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Author: Luke Sholl

CBG and CBD: What's the Difference?

CBG and CBD

CBG and CBD are both non-toxic cannabinoids, but subtle differences set these compounds apart. To find out what you need to know about CBG and the unique benefits it could offer compared to CBD, keep reading.

What is CBG?

Before diving straight into the differences between CBG and CBD, let's first outline the basic principles of CBG.

Cannabigerol (CBG) is one of the very first cannabinoids produced by hemp. During the plant's seedling phase, enzymes react with plant acids to create CBGA. Later, CBGA becomes CBG due to decarboxylation (heat). It's also at this stage that dozens of other cannabinoids begin to form.

Without getting bogged down in scientific reactions and chemical structures, what it means is that without CBGA (and by extension CBG), other cannabinoids, such as CBD, wouldn’t exist. The conversion of plant acids to CBGA effectively kick-starts a chemical chain reaction that leads to the 100+ cannabinoids we know about so far.

However, the reason you may not have heard about CBG, or seen it in products, is because natural levels inside hemp are much lower than CBD (typically less than 1%). However, despite its elusive nature, CBG shows significant potential thanks to its versatile interaction with the mind and body.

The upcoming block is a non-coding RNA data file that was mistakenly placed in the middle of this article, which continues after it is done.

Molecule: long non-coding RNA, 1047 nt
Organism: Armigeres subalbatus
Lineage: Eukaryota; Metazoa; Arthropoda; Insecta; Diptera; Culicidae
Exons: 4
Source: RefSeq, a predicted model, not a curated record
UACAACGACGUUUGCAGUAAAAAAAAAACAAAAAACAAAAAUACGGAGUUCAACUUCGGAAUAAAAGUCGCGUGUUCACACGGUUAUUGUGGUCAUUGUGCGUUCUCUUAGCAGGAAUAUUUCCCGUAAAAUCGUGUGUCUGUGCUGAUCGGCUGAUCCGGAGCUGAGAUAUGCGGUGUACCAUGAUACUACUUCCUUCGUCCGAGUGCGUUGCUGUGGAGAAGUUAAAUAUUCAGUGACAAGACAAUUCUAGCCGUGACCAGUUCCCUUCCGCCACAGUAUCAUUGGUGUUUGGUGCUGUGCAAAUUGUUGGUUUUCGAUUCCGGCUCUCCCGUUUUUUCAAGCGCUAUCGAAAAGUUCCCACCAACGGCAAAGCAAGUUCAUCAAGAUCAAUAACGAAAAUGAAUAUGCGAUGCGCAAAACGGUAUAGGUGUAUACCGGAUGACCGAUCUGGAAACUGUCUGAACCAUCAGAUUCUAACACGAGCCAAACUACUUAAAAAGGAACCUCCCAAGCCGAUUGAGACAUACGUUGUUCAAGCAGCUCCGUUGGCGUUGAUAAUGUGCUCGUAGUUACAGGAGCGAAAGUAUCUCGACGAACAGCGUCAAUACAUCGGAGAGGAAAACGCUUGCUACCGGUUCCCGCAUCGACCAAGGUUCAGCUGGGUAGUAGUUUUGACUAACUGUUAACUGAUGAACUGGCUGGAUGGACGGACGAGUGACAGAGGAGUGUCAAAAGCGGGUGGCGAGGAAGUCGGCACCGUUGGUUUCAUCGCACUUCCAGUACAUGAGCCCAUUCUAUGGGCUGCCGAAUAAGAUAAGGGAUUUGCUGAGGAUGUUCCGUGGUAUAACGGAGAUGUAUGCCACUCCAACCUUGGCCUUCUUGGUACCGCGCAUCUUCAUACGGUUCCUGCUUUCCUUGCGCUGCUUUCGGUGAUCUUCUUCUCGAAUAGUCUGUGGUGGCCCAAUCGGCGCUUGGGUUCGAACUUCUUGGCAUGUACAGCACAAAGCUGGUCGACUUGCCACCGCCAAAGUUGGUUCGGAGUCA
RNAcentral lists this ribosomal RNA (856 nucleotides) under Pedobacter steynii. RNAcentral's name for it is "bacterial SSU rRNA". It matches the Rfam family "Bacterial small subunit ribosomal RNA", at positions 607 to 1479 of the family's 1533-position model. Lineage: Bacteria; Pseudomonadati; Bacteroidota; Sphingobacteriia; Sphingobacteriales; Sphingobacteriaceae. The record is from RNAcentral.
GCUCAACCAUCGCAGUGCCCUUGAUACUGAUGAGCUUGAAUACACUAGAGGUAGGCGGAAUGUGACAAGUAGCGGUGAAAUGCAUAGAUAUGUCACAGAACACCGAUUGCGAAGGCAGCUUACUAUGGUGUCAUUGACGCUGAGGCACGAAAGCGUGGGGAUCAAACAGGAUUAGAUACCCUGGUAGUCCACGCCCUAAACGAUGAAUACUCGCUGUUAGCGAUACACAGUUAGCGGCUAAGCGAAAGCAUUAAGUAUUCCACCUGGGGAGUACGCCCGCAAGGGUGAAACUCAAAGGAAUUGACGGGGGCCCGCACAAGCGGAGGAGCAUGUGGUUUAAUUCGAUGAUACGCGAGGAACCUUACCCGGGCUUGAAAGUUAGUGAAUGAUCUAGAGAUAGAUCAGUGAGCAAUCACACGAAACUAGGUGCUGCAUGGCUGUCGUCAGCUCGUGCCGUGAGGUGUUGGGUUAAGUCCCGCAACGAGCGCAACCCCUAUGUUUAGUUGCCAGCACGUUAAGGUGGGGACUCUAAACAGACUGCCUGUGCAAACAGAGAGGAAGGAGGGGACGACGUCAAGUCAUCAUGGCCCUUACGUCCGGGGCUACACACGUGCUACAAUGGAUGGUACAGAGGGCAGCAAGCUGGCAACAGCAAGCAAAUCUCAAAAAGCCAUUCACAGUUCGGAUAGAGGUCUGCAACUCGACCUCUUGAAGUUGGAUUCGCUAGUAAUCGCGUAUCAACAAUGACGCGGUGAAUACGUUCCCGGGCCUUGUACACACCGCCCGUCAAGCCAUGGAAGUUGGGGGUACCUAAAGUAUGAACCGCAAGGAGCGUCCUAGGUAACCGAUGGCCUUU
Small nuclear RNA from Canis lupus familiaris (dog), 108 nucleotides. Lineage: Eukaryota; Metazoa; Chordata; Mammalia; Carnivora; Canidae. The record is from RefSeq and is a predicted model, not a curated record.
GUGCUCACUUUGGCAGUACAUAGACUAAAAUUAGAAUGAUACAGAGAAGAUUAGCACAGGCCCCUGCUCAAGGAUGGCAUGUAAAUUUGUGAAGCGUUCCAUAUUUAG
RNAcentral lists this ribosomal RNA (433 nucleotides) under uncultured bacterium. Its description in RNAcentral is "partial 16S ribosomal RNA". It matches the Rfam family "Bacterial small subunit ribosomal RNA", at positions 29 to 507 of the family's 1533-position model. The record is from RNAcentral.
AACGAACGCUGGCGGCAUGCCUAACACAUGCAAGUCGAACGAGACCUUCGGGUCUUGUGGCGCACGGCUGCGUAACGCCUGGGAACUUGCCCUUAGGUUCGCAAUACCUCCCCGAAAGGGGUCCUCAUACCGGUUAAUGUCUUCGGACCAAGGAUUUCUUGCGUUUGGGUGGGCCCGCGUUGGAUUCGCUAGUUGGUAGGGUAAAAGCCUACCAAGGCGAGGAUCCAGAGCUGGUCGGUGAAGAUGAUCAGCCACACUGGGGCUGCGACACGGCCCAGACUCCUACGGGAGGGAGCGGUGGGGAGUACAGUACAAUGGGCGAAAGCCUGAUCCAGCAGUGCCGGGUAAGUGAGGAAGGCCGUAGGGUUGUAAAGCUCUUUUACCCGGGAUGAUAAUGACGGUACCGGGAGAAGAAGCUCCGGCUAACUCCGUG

What are the effects of CBG?

Research into the impact of CBG is still in its infancy, and there's lots to learn. From the preclinical studies that have taken place, we know that CBG is non-toxic and appears to influence both CB1 and CB2 receptors.

With receptors spread all over the body, the potential impact on our physiology is significant. The focus of studies into CBG currently extends to:

• Glaucoma
• Inflammation
• Huntington's disease
• Drug-resistant bacteria

Encouragingly, researchers remain highly positive about the potential of CBG, and more detailed and comprehensive studies are taking place with greater frequency.

What are the differences between CBG and CBD?

Despite originating from similar chemical pathways, CBD is distinct from CBG in chemical structure and concentration within hemp plants.

Chemical structure

CBG occurs when we remove the extra carboxyl group from CBGA via decarboxylation. When you expose CBGA to heat, it changes from a raw, acidic compound to an activated variant (CBG). A similar process occurs for CBD, but CBDA is the precursor compound in question.

Pharmacology

First, let's start with the similarities between CBD and CBG. Both are non-toxic and non-psychotropic, meaning they aren’t dangerous and won't get you high. And although research is limited, the potential side effects of both compounds appear mild.

However, when you look at the mechanism of action, that's where several distinct differences come to the fore. We mentioned above that CBG interacts with both CB1 and CB2 receptors—this is a major variation from CBD.

CBD works by influencing the endocannabinoid system as a whole rather than binding with specific cannabinoid receptors. It does have some affinity for CB2, but not to the same degree as CBG.

CBG, on the other hand, shows an affinity for both types of receptors, giving it significant potential. The brain contains an abundance of CB1 receptors, while most CB2 receptors are located in the immune system.

Practicality